Amish children carrying lunch pails arrived Monday morning at a new school symbolizing a new beginning for the students who survived a shooting that killed five of their classmates exactly six months ago.

The New Hope Amish School, a few hundred yards from the spot where the massacre took place, is protected by more sophisticated locks on its doors and is reachable only by a private drive.

It replaces the West Nickel Mines Amish School, which was torn down Oct. 12. Ten days earlier, milk truck driver Charles Carl Roberts IV shot 10 girls inside the school and then committed suicide as police closed in.

"For an Amish one-room schoolhouse, this one is spectacular," Bart Township zoning officer John Coldiron said Monday morning.

The building does not have electricity or a phone but is bright inside due to skylights and windows, he said. At the front of the building is a steel door that locks from the inside.

Coldiron said one of the parents told him that blacktop was installed instead of gravel because the children remembered Roberts' truck spinning gravel on the day of the shooting.

A state police vehicle was parked at the end of the driveway. No trespassing signs have been posted along the main road since Friday.

Dan Baughman, an 81-year-old retired physical education teacher who has lived in this community since the 1960s, said the students — including a boy who helps him with yard work — have told him they are excited about the new schoolhouse.

"They're elated that they have a new school but nevertheless it's going to bring back forcefully that day six months ago," he said.

The new school's construction costs were paid for in part with a portion of more than $4 million in donations to the Nickel Mines Accountability Committee, the primary organization collecting donations on behalf of the victims.

The money also has helped to provide care for the five girls who were wounded by Roberts.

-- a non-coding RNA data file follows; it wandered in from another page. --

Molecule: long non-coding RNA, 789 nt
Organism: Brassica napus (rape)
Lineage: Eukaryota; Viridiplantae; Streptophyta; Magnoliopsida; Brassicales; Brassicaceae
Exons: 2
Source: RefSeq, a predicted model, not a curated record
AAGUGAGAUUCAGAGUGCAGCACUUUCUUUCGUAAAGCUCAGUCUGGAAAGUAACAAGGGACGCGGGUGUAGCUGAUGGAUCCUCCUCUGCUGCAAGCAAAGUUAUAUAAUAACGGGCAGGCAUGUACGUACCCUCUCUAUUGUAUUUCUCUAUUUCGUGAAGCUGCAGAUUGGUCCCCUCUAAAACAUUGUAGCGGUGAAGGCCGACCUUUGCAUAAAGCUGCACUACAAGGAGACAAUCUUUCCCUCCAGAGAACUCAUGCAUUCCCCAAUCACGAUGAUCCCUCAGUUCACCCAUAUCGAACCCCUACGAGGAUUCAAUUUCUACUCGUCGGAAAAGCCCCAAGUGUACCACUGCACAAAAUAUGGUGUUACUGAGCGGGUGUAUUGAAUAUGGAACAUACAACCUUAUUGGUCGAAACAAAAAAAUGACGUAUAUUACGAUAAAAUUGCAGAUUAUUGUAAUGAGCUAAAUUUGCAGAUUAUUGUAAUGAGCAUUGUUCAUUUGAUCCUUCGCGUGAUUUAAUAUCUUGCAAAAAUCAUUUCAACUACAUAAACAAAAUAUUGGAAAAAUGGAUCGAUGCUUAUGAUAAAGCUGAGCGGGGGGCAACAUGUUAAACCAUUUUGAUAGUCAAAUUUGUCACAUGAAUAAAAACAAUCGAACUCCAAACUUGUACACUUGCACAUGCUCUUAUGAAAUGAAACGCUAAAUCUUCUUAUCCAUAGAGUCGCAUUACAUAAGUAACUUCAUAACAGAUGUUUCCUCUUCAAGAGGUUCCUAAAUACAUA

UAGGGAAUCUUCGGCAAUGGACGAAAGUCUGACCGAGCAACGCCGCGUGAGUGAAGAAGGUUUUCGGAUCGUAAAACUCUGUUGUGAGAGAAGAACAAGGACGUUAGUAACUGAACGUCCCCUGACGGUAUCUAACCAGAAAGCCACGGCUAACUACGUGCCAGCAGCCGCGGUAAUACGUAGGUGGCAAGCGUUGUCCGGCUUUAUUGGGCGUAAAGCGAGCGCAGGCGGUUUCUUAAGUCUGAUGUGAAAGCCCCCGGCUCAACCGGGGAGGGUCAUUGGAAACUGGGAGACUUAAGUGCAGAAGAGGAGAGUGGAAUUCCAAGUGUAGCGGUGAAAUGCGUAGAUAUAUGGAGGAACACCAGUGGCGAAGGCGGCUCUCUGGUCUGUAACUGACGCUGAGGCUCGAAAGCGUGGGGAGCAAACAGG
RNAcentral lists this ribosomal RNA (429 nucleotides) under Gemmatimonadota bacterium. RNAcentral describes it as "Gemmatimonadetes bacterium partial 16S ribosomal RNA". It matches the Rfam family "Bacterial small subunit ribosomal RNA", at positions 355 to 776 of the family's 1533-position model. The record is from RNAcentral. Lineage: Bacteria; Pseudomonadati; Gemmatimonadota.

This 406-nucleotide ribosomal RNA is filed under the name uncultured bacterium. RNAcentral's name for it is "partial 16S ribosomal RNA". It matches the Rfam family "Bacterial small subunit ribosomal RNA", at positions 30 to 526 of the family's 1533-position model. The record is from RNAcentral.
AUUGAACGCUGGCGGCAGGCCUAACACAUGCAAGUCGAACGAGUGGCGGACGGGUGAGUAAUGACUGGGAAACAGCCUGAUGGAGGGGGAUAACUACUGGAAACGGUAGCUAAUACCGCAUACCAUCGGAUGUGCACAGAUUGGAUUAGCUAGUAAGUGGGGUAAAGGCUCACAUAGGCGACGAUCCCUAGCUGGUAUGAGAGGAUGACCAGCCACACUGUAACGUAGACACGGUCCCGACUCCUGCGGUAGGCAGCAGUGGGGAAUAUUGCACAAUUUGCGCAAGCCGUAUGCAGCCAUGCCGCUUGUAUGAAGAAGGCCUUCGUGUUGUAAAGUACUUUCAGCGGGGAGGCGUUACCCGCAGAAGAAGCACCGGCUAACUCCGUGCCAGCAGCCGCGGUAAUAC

Four of the five wounded girls have returned to school. The fifth girl, a 6-year-old, is fed by a feeding tube and is not able to communicate, according to Mike Hart of the Bart Township Fire Department, who is also a committee member.

Roberts' widow, Marie, and their three children have moved from their home in the village of Georgetown, about a mile from the shooting, to another community within Lancaster County, according to Hart.

Charles Roberts, apparently tormented by an unconfirmed memory of having molested relatives 20 years earlier, and by the 1997 death of his own infant daughter, shot and killed himself. Amish families attended his burial service.

The new school, partially made of brick, also was funded by donations made directly to the school board, and by in-kind contributions.

Dan Baughman, an 81-year-old retired physical education teacher who has lived in this community since the 1960s, said the students — including a boy who helps him with yard work — have told him they are excited about the new schoolhouse.

"They're elated that they have a new school but nevertheless it's going to bring back forcefully that day six months ago," he said.

The new school's construction costs were paid for in part with a portion of more than $4 million in donations to the Nickel Mines Accountability Committee, the primary organization collecting donations on behalf of the victims.

The money also has helped to provide care for the five girls who were wounded by Roberts.

Four of the five wounded girls have returned to school. The fifth girl, a 6-year-old, is fed by a feeding tube and is not able to communicate, according to Mike Hart of the Bart Township Fire Department, who is also a committee member.